The invitation to join him for dinner came from Steven Schwartz, Chairman of the Board of the Museum of Contemporary Art (MCA), here in Chicago. I asked Art the purpose of the event. He knew only that it was connected to the Chicago visit by Dr. Anthony Bannon, Director of the George Eastman House, International Museum of Photography and Film, a major repository of photography. And that the dinner was at the MCA. I asked, “Fundraiser? Banquet? Private dinner?
Men. He didn’t know why it was important. Ladies know it means do we come in sequins and lace, clingy bare clothes (hah!), dressy suit, or anything in between? Luckily, the secretary to our host phoned me for some information about Art, and I asked the important question – what do I wear? Dressy, but not too formal, certainly not casual. Good.
We parked in the garage near the museum, but independent of it. The walls and pillars had wonderful quotes about art that kept me meandering through the floor instead of heading to the exit. I remember only two: “Art doesn’t have to match the couch,” and “Art is art, everything else is everything else.” A nice introduction to the evening.
The museum is fronted with steps that ascend to just short of heaven – as it appeared to me. We found a street level entrance through the revolving doors and the elevator brought us up to the large foyer of the museum. As we mingled, I noticed people arriving through the doors at the top of the outside steps. They weren’t even breathing hard.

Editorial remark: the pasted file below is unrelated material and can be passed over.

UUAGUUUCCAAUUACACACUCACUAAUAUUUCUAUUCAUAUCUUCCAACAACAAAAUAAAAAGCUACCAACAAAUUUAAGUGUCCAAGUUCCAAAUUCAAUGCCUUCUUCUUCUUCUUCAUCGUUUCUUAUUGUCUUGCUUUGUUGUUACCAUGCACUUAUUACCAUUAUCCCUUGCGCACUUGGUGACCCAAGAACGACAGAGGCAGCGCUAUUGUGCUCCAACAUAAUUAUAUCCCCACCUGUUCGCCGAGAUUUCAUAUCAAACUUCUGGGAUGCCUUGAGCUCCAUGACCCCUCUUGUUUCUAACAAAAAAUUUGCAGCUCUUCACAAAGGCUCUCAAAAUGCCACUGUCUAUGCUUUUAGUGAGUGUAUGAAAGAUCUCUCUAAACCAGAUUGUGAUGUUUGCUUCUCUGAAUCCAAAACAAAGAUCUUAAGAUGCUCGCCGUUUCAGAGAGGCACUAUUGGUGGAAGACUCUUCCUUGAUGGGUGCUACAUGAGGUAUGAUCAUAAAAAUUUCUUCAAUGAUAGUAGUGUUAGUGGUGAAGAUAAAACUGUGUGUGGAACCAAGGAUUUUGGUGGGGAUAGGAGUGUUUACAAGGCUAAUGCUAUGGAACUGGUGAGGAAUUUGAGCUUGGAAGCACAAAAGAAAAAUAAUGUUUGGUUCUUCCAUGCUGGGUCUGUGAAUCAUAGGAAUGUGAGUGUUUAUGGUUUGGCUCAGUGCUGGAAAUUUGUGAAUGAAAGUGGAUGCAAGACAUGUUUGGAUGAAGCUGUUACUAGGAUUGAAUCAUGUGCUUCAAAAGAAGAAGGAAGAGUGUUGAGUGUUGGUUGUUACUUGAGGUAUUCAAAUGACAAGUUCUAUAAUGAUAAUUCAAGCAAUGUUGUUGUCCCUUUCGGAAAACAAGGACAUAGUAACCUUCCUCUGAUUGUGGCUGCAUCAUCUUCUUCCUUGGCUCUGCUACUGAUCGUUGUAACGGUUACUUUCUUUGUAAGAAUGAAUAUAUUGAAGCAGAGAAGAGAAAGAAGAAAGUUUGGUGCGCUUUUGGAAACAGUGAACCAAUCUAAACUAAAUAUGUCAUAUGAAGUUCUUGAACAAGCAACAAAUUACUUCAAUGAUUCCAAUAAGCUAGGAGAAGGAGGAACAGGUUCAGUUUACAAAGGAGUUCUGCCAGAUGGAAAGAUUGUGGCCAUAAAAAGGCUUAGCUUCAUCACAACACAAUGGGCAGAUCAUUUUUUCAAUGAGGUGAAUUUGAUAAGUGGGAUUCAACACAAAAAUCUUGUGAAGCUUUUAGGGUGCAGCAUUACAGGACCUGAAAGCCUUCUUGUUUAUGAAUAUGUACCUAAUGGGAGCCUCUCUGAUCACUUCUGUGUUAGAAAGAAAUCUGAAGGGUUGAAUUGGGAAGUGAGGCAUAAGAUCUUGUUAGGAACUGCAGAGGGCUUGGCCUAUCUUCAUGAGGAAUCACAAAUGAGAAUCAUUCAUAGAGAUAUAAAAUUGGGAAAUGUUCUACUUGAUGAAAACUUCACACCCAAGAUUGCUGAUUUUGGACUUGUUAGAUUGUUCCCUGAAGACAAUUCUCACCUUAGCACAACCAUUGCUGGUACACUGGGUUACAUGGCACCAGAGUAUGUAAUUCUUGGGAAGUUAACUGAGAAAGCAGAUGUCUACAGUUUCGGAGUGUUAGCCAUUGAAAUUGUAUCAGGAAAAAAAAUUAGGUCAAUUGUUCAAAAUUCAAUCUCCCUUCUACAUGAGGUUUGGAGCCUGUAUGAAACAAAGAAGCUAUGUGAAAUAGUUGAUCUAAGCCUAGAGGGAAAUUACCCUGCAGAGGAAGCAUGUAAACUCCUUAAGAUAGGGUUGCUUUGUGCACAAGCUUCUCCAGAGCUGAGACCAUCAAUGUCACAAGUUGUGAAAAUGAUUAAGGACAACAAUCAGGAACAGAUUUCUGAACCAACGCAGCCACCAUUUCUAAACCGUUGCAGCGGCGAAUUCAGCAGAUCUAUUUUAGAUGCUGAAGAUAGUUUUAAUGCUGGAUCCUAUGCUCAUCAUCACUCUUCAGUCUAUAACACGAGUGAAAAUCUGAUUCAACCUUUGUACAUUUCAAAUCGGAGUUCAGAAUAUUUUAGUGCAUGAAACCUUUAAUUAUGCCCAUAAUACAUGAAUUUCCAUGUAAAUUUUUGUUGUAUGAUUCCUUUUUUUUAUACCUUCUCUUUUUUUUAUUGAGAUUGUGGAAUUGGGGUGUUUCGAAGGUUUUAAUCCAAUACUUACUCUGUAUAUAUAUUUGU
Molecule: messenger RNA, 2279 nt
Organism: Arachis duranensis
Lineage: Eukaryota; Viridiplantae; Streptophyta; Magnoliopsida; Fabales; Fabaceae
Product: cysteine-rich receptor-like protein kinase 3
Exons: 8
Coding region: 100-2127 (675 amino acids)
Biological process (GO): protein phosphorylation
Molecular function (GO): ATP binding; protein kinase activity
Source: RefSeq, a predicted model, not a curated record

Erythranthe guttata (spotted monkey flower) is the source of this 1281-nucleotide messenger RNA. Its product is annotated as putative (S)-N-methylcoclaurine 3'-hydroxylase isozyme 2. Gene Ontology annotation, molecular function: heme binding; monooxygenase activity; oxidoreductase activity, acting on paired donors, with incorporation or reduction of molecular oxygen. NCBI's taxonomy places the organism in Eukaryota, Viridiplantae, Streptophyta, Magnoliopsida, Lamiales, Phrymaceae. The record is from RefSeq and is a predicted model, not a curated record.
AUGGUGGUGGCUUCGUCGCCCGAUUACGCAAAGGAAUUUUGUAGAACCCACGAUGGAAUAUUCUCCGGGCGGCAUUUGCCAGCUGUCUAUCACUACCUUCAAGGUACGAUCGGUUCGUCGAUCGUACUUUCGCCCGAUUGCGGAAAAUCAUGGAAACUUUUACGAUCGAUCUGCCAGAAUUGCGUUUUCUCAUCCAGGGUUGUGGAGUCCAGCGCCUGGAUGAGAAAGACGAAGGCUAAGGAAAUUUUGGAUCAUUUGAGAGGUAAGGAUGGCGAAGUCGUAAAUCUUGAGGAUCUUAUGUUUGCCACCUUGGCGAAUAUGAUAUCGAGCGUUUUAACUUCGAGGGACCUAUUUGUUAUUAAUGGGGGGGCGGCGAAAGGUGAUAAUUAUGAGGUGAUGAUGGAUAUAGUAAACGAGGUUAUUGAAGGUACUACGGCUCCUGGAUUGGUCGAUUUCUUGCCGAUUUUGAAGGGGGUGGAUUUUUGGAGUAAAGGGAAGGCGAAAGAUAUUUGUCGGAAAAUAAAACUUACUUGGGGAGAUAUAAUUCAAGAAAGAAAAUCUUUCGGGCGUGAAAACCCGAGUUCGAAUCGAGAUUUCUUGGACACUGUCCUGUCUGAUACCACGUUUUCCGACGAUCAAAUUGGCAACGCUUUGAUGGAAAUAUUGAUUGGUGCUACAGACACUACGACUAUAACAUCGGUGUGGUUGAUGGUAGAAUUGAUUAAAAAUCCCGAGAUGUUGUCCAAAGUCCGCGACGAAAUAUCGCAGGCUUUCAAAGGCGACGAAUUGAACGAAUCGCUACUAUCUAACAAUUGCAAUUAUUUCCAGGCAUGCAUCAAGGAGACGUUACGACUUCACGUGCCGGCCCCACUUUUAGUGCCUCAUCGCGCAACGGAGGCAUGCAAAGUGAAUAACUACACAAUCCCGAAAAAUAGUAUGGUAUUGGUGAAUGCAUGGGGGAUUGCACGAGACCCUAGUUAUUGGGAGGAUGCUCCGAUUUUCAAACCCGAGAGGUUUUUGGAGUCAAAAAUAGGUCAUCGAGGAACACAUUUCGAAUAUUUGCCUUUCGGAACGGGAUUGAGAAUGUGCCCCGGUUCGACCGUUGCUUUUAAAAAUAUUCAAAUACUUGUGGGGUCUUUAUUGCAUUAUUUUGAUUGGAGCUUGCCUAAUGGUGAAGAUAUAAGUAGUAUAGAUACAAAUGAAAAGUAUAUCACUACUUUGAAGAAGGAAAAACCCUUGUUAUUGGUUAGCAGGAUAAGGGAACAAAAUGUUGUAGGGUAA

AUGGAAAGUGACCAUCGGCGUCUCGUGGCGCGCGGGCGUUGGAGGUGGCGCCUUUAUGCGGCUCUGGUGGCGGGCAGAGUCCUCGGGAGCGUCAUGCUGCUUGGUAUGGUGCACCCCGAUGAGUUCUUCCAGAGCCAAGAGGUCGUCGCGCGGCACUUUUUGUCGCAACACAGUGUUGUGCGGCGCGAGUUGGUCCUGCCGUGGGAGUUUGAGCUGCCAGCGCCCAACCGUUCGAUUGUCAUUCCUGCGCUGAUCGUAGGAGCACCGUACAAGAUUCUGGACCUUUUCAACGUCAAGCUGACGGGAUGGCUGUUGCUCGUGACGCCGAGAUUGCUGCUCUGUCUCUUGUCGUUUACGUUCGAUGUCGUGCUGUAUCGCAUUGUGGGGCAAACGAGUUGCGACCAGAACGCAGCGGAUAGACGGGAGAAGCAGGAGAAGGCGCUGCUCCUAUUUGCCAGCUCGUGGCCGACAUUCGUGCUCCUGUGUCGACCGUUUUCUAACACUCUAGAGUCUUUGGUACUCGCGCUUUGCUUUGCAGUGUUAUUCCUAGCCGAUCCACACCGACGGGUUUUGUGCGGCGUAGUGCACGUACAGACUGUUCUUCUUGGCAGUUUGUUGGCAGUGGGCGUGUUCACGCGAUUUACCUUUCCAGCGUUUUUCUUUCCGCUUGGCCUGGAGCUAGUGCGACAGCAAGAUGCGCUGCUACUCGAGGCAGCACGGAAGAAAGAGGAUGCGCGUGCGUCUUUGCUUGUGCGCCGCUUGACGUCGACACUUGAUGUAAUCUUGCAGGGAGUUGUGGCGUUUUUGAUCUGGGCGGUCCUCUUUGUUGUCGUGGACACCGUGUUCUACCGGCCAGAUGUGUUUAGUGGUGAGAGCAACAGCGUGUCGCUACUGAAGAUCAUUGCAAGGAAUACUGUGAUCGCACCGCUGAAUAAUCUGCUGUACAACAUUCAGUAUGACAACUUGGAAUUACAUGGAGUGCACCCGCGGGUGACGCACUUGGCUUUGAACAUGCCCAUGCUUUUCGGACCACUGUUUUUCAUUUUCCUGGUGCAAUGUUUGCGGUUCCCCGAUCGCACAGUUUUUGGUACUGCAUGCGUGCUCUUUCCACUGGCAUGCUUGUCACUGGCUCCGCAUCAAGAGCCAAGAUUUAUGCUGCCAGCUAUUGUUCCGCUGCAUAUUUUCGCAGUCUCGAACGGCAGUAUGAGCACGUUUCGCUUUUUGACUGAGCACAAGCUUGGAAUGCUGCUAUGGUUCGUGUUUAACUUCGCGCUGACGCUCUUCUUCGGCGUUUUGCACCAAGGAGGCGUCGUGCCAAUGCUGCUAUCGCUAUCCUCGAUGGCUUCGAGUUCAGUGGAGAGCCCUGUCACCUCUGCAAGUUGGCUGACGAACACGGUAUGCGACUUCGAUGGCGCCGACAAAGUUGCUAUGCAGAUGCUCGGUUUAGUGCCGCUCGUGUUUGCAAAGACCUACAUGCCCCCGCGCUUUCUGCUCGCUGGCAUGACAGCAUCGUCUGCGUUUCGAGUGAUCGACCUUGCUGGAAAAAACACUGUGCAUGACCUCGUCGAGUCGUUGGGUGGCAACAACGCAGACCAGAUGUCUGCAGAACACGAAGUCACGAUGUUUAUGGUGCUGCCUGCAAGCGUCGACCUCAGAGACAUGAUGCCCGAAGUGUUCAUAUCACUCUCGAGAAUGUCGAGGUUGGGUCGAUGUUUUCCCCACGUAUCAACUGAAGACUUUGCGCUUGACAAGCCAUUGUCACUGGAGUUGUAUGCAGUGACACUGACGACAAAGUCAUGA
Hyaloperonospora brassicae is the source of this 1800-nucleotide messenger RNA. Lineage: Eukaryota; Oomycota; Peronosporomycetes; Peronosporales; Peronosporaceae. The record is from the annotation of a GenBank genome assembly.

In the foyer of the museum we were introduced to many people and I surmised the purpose of the event. The Board of the George Eastman House in Rochester, NY, was holding this year’s annual meeting in Chicago. They were guests of the Board of the MCA. This evening’s dinner culminated a week of exploring Chicago’s city-wide culture.
The highlight tonight was a guided tour through the many display rooms feeding one into the other (with side exhibit rooms off the main circle.) The museum director described and clarified the intent of the work we were looking at. I couldn’t hear him even as I sidled closer through the 50 people following along. He spoke loudly and with enthusiasm, but hearing aids in echoing chambers don’t work. However, I had the art to contemplate.
I understood none of it. Looking at one sculpture of a fat man with body parts separated by chains and other metal, I said to the man next to me, “That makes me so uncomfortable.” He said, “Then the artist was successful. He aroused your emotions.”
Looking at his next piece, I said, “The emotion he arouses is, I don’t want to know him.”
Another hall had stop-motion videos on many large screens of an artist at work which was compelling. I was trying to figure it out as the crowd flowed on.
We finally ended back in the large foyer where five tables were set and waiting. Random seating put us among delightful people, several who were guests, also, of the many board members. Delicious salmon, lying surrounded artfully in an orange swirl which when scooped up offered just one forkful of yummy sweet potatoes. The wine glasses were constantly refilled.
Art had been invited because he is a Prominent Photographer and the George Eastman House would like to have him in their archives. I was invited because I’m with him.